You've been invested in horror films, or films about grave evils, for many years. Do you still learn new things about the mystery of evil or God or spirituality in the process of creating in this particular genre?
It's a good question. I think there's a real mystery to the inexplicable irrationality of true evil—both human and spiritual. I think that the more I work in the genre, the more I see it and the more I learn about the mysteries that can be worked in the world and how it's at work in my own life and within me. It's one of the reasons I do what I do. I am obsessed with it.
To be honest with you, I genuinely don't understand why everyone isn't obsessed with discovering and unmooring a deeper understanding of it. If we're not compelled to gain a deeper understanding of good and evil, how can we make the world a better place? How can we find ourselves at the end of our lives and know that our lives were significant? Those things would be impossibilities.
Your thoughts here remind me that I've always thought of you as an artist working in the same way as someone like novelist Flannery O'Connor who, while primarily wanting to tell a good story, also thought that we couldn't return to good unless we fully understood the depths of evil. Your filmography in the horror genre has seemed to me similar to her literary use of the grotesque. Is there a sense in which you're hopeful that a byproduct of providing a good scare might also be to shock people out of a comfortable nihilism?
Flannery O'Connor is my creative hero. I think she's the greatest American writer. Her book, Mystery and Manners, is my creative bible. I'm humbled by the comparison. She's a true American treasure.
She said to the deaf you have to shout and to the blind you have to draw large and startling pictures. That phrase itself is as good of an apologetic for horror as you're ever going to speak.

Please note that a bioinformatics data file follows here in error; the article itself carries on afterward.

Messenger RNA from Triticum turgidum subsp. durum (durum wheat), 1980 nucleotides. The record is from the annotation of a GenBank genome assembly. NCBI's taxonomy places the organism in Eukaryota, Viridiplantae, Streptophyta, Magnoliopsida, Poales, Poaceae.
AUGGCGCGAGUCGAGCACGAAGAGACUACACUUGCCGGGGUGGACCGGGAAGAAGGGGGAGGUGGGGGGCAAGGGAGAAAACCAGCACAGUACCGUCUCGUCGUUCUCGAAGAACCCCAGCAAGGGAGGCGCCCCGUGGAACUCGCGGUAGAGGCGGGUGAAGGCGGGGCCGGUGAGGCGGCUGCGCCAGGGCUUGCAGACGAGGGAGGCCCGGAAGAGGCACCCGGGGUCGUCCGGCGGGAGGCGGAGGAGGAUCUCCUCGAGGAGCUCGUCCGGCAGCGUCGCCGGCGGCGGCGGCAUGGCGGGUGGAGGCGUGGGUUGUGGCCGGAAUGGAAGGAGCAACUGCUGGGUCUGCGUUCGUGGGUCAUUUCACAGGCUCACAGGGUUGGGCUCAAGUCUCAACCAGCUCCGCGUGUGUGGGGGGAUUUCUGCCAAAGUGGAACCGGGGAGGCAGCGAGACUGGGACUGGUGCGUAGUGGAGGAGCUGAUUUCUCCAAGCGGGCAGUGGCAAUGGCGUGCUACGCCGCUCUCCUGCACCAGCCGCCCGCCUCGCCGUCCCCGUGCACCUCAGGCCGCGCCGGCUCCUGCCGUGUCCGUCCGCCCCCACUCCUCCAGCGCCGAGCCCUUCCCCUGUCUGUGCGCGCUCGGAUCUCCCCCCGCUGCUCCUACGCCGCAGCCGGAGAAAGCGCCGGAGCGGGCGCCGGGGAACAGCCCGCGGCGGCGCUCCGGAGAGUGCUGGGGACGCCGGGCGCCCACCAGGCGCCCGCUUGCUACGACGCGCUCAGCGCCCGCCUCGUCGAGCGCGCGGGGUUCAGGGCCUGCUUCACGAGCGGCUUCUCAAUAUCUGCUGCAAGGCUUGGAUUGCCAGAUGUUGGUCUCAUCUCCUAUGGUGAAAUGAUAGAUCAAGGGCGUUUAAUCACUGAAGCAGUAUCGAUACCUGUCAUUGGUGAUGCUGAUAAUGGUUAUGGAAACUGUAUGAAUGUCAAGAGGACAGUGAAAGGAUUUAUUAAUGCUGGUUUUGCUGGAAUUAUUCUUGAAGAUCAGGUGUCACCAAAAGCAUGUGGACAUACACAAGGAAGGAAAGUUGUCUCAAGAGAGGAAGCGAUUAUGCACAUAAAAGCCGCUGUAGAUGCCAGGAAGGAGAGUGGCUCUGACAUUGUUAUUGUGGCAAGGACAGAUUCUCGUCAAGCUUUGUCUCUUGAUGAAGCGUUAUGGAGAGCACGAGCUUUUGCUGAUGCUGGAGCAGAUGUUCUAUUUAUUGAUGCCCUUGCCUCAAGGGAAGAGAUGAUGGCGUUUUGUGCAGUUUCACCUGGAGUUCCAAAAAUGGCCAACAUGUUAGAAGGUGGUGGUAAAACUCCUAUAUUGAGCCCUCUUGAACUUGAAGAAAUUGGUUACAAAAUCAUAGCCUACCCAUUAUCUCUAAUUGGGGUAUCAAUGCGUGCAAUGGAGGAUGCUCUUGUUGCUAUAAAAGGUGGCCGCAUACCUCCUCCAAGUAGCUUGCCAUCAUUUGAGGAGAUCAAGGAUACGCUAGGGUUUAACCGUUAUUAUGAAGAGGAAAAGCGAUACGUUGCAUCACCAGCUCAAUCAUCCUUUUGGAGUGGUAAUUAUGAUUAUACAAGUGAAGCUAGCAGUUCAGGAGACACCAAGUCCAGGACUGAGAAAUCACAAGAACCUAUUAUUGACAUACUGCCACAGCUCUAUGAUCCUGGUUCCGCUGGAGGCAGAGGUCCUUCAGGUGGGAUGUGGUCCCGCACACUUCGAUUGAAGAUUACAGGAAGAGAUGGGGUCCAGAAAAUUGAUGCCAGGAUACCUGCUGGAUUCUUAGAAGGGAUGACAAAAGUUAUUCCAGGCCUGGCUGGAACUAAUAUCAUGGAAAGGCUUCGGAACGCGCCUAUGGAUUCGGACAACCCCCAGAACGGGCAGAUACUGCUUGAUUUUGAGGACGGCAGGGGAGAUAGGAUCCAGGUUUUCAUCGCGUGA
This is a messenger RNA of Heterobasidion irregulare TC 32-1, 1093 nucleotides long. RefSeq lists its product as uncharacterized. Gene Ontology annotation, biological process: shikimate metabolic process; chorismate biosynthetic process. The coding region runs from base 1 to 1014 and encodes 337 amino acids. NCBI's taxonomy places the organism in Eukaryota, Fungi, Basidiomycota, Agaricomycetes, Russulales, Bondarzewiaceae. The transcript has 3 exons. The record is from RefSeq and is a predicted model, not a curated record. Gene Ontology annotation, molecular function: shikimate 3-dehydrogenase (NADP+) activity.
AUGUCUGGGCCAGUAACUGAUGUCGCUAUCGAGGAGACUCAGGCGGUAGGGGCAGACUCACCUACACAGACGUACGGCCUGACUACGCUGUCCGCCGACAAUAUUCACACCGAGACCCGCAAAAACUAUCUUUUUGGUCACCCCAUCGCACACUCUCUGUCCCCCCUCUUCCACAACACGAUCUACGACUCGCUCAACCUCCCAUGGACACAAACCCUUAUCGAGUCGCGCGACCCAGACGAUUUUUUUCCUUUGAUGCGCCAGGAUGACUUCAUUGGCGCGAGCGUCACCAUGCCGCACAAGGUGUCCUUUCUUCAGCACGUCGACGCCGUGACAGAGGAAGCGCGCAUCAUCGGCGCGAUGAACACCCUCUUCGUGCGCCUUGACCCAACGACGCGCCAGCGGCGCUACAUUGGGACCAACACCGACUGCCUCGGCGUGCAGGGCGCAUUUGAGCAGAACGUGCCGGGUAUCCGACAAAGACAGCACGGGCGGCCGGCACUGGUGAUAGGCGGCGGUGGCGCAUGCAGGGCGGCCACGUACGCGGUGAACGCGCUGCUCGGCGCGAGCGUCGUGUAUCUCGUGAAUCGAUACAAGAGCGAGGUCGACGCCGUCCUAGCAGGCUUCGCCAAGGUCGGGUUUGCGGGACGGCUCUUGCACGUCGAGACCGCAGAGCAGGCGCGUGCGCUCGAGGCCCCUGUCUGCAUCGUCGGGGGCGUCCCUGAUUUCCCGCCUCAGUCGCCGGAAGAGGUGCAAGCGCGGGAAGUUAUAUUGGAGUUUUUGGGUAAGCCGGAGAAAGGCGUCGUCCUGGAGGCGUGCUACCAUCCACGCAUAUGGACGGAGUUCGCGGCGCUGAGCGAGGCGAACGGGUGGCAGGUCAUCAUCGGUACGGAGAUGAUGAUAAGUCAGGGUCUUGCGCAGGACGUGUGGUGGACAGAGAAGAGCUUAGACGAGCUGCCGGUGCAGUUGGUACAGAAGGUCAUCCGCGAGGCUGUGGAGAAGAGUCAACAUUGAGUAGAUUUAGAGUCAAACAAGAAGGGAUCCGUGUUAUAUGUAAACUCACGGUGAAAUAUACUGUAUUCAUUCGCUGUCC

What I love about her work and what I'm still learning is the manner in which she trusted the complexities of narrative to place her readers in the right range to gather what they needed or to miss it if they weren't prepared for it. In the end her stories are like moral mazes, and you're not going to be able to get to the end and have a clean takeaway but she will have placed you in an arena of thought until you've worked something out.
She does all that while being shocking and entertaining and giving you a great tale. If there's an artist's philosophy that I aspire to, it's hers. There's a love of mystery there.
There's an old and ongoing theological argument or tension as to whether Satan is merely the negation of good, a "nothing" as it were, or if he is more of an active, identifiable entity. How is this question of the nature of Satan's existence related to how you choose to depict Satan in such a uniquely visual medium? What's at play for you in imagining what evil looks like?
Well, either way, you're still dealing with abstraction and immaterial persona that's not visually represented. But to get to the heart of what I think your question is, though, I have a lot of appreciation and respect for both understandings of evil.
I think the two most significant descriptions of evil and of the devil that have influenced me are from Thomas Aquinas, who wrote that evil is an abstraction, that the evil in the world is a distortion of what is good, and from C. S. Lewis, who wrote that there is no such thing as absolute evil.